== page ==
Harris provides a key insight into the essence of early Methodism when he records that, ‘The first thing he said to me was, “Do you know your sins are forgiven?”’
Harris subsequently came into contact with the Wesleys and was highly regarded as a mediator and conciliator among English Methodists. He was also much respected by Selina, Countess of Huntingdon, and it was partly his presence nearby that, in 1768, persuaded her to establish her ‘nursery for preachers’, on land sub-let by Harris just a few hundred yards from his home.
Within Wales, however, tensions gradually arose between Harris and the other Methodist leaders, partly because of his enigmatic personality.
He could be very generous and tender-hearted — ‘I love to love’, he said on one occasion. But he was also authoritarian, stubborn and volatile, and, although he was often eager to ask forgiveness of those whom he had offended, friction with his fellow-Methodists was inevitable.
There are indications that, perhaps as a result of his indefatigable evangelism, he may have been suffering from some kind of breakdown by the late 1740s.
Doctrinal tensions made relationships even more difficult. In company with the other Welsh Methodists, he was essentially Calvinistic in his doctrine. However, his theology was more fluid than dogmatic, and his injudicious enthusiasm and unguarded mode of expression on occasion caused them much concern.
His admiration for the Moravians, for example, led him to follow them in their unhealthy preoccupation with the physical blood and wounds of Christ. He also strayed into a form of Patripassianism, in which he failed to distinguish between the Persons of the Godhead and supposed that it was the Father who suffered on the cross.
Things came to a head over his relationship with Madam Sidney Griffith, a married woman who claimed special prophetic gifts. To the dismay of the other leaders — and his wife — Harris accepted her claims and regularly took her with him on his preaching journeys, with the aim of securing divine guidance.
Although there is no evidence of any adulterous relationship between them, the episode — which ended with Madam Griffith’s unexpected death, contrary to her ‘prophecies’ — brought the gospel and Methodism into disrepute.
As a result of these tensions, in 1750 Harris parted company with the other Methodist leaders in Wales and, in 1752, committed himself to establishing a self-supporting Moravian-style Christian community — the ‘Family’ — at Trefeca.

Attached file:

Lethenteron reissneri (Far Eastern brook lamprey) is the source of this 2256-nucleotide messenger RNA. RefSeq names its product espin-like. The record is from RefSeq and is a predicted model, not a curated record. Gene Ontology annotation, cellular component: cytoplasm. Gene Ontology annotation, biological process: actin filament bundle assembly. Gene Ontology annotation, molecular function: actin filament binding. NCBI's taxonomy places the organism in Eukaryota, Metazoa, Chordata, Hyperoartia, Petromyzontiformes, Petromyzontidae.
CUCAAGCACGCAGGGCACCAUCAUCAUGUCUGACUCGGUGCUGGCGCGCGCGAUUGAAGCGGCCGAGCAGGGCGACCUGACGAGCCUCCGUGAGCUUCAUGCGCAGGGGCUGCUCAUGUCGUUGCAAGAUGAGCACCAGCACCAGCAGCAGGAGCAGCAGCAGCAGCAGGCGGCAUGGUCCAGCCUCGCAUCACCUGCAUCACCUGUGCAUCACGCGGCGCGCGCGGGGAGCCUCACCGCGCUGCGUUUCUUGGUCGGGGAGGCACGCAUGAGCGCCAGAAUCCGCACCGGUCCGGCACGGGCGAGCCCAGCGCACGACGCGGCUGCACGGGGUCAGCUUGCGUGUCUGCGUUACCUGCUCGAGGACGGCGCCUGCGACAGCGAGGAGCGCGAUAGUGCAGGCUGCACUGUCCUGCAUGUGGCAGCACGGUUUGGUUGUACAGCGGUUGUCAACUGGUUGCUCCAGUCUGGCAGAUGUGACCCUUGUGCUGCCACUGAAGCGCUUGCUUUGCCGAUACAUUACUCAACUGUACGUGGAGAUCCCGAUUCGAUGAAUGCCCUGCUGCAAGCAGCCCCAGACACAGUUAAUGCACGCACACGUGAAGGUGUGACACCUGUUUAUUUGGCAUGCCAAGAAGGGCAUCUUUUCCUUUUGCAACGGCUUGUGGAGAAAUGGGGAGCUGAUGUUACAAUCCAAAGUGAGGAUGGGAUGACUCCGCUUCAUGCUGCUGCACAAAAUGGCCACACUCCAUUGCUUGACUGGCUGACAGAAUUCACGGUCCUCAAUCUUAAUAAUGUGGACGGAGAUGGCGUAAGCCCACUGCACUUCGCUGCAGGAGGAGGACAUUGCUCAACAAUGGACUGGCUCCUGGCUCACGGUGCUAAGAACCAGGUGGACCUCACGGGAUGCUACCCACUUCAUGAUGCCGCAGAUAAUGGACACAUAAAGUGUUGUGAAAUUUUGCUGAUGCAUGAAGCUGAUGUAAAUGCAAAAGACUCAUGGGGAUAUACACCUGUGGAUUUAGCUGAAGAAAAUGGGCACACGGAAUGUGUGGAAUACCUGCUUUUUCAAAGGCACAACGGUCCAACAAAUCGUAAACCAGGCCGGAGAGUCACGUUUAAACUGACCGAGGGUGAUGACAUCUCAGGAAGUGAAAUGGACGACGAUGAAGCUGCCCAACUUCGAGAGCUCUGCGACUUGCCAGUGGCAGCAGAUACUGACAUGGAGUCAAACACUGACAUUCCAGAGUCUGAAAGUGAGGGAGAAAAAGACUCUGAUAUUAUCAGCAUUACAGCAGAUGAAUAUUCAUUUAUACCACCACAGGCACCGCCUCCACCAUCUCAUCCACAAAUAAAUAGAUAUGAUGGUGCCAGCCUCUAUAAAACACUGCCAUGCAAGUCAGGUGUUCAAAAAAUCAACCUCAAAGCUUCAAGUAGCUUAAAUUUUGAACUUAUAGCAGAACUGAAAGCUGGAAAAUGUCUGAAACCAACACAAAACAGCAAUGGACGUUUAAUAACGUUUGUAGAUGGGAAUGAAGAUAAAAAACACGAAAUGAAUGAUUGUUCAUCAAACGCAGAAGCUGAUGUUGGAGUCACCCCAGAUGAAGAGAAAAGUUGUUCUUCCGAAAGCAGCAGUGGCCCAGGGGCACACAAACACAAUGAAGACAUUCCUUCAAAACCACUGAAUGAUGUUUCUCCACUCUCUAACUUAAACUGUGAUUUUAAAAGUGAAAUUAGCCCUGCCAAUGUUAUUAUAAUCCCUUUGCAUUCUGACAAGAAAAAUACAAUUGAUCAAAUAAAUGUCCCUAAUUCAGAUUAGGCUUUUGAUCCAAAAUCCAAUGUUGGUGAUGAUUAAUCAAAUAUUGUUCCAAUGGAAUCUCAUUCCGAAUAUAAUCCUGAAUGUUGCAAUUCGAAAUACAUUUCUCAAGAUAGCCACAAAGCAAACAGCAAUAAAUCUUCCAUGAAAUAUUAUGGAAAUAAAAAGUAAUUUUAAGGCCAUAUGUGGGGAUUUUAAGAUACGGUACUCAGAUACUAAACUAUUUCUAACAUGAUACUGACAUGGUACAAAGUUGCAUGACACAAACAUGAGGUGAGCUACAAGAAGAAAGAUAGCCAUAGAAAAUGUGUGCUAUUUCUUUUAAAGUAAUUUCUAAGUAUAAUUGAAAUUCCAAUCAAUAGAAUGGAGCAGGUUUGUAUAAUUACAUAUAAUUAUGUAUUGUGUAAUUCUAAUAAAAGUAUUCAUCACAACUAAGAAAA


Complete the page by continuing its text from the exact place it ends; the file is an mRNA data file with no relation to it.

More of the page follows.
Williams Pantycelyn was not impressed, rebuking Harris for turning from his itinerant evangelism to set up ‘some big monastery’. Harris’s endeavours to ensure the success of the venture, including a personal interest in innovative agricultural methods, are nevertheless full of fascination.
There was extensive building at Trefeca to accommodate the numbers who joined him. Eventually they totalled about 120, with about another 50 living on farms nearby. The present building has been altered to some extent, but still displays the Georgian style that Harris favoured.
The ‘Family’ continued at Trefeca after Harris’s death, but, in the 1830s, the buildings were presented to the Calvinistic Methodist denomination and now house a lay training and conference centre.
Harris was reconciled to the other Methodists in 1762 — a reunion accompanied by a powerful revival — and began again to travel the country preaching the gospel, although by this time he no longer had the physical vigour of former years.
He died in 1773 and was buried at Talgarth Church, in front of the altar rails (now covered by carpet). A memorial plaque stands on the south wall.
Harris recorded many of his innermost thoughts in nearly 300 diaries. It must be acknowledged that they reveal an excessive introspection, including a tendency to regard ‘impressions’ as divine guidance and seek such guidance for the most trivial matters.
What they demonstrate most of all, however, is that ‘thrill of fervour’ — the openness and freshness of his walk with God, together with his personal dynamism and boundless energy in the work of the gospel.
He is rightly regarded, not only as one of the founding fathers of Methodism in Wales, but also as one of the most important Welshmen of the eighteenth century. The ‘thrill of fervour [that] through him ran’ also stands as a testimony to the spiritual vitality of true biblical religion, and an urgent challenge and rebuke to every tendency to indifference and apathy among Christians today.